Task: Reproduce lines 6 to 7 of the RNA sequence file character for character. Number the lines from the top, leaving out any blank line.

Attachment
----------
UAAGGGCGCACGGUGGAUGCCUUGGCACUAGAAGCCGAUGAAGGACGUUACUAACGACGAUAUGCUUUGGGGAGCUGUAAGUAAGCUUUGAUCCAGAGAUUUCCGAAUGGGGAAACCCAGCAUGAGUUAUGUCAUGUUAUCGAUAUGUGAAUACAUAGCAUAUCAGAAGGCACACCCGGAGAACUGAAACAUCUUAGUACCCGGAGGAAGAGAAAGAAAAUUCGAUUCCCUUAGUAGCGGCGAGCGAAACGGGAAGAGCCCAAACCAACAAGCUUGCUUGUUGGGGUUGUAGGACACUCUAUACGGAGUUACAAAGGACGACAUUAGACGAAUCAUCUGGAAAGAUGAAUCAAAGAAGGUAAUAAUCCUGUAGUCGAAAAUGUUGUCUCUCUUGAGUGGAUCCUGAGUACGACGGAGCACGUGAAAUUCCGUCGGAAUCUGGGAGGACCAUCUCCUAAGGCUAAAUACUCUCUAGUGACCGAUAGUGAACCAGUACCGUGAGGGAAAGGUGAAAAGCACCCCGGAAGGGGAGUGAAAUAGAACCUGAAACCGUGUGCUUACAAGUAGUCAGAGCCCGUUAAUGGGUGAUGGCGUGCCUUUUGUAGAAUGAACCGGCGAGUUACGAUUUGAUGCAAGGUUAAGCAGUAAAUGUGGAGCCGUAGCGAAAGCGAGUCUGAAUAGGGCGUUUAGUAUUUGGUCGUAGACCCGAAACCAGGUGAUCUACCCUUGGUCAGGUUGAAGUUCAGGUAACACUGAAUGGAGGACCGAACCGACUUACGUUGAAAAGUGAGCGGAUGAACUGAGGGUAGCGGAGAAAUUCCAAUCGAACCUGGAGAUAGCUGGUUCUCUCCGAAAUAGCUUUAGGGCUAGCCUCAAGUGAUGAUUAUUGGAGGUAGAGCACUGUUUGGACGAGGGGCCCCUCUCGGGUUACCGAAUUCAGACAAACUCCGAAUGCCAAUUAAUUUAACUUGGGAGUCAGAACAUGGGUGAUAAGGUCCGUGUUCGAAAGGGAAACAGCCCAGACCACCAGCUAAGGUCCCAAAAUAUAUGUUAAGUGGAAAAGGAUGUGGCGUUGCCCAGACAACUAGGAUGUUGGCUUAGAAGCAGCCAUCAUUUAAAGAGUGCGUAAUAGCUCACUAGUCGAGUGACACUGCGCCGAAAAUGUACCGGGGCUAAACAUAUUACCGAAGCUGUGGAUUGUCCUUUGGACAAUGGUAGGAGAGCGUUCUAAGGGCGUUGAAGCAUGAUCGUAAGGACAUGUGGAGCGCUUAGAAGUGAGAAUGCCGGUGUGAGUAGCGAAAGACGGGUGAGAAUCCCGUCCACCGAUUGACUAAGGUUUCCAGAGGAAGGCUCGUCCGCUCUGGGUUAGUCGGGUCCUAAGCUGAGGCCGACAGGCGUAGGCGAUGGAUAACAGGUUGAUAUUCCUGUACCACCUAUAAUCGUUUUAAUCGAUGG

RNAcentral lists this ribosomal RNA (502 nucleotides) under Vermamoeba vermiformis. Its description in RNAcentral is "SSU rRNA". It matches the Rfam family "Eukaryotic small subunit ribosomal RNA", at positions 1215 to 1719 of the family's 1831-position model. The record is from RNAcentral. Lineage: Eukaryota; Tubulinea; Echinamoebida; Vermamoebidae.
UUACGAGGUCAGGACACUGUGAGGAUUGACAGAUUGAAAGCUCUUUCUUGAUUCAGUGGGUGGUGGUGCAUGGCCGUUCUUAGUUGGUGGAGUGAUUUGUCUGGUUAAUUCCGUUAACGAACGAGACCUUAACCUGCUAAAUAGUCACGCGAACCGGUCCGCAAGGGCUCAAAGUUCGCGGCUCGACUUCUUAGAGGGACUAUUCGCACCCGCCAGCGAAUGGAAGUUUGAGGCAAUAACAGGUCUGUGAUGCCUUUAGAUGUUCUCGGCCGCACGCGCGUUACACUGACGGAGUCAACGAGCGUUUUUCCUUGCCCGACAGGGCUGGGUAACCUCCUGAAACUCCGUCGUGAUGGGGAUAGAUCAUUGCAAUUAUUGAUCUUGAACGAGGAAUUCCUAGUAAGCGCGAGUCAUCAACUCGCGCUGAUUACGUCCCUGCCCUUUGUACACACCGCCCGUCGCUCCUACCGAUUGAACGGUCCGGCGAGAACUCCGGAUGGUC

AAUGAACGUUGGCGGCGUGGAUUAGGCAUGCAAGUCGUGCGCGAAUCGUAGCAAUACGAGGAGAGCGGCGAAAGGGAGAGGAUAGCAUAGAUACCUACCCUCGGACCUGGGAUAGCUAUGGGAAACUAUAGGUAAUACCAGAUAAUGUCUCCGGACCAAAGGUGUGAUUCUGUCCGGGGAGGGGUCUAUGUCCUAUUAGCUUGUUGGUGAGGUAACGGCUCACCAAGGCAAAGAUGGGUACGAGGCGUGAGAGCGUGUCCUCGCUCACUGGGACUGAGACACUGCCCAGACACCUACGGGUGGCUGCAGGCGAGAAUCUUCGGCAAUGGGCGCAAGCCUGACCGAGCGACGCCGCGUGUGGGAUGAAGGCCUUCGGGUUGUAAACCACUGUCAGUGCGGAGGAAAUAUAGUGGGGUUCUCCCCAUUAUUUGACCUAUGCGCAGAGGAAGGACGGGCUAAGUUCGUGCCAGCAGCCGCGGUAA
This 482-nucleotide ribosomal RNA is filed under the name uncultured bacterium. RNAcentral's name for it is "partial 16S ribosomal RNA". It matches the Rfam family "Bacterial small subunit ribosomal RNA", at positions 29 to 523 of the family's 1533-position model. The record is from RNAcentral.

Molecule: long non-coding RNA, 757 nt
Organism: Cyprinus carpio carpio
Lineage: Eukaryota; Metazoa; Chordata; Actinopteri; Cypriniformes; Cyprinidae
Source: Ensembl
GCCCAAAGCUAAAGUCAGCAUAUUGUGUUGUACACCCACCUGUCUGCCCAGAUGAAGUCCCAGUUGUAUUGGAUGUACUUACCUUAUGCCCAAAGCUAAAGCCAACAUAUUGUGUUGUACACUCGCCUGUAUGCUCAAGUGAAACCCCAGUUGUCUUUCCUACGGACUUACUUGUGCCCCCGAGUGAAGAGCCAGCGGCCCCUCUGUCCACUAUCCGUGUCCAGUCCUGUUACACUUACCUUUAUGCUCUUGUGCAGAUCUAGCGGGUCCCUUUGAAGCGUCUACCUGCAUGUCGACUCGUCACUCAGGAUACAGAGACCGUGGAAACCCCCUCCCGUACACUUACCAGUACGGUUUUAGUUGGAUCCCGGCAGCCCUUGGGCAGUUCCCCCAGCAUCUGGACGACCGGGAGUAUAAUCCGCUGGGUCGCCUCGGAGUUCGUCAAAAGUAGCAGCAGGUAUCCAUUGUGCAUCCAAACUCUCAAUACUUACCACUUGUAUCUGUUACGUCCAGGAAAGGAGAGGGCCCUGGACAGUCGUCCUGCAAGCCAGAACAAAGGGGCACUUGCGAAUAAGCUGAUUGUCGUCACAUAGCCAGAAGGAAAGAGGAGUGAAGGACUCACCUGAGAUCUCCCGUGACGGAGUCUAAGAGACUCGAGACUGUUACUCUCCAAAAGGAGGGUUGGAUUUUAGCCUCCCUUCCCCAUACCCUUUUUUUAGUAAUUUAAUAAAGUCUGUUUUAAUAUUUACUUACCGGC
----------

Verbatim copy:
Molecule: long non-coding RNA, 757 nt
Organism: Cyprinus carpio carpio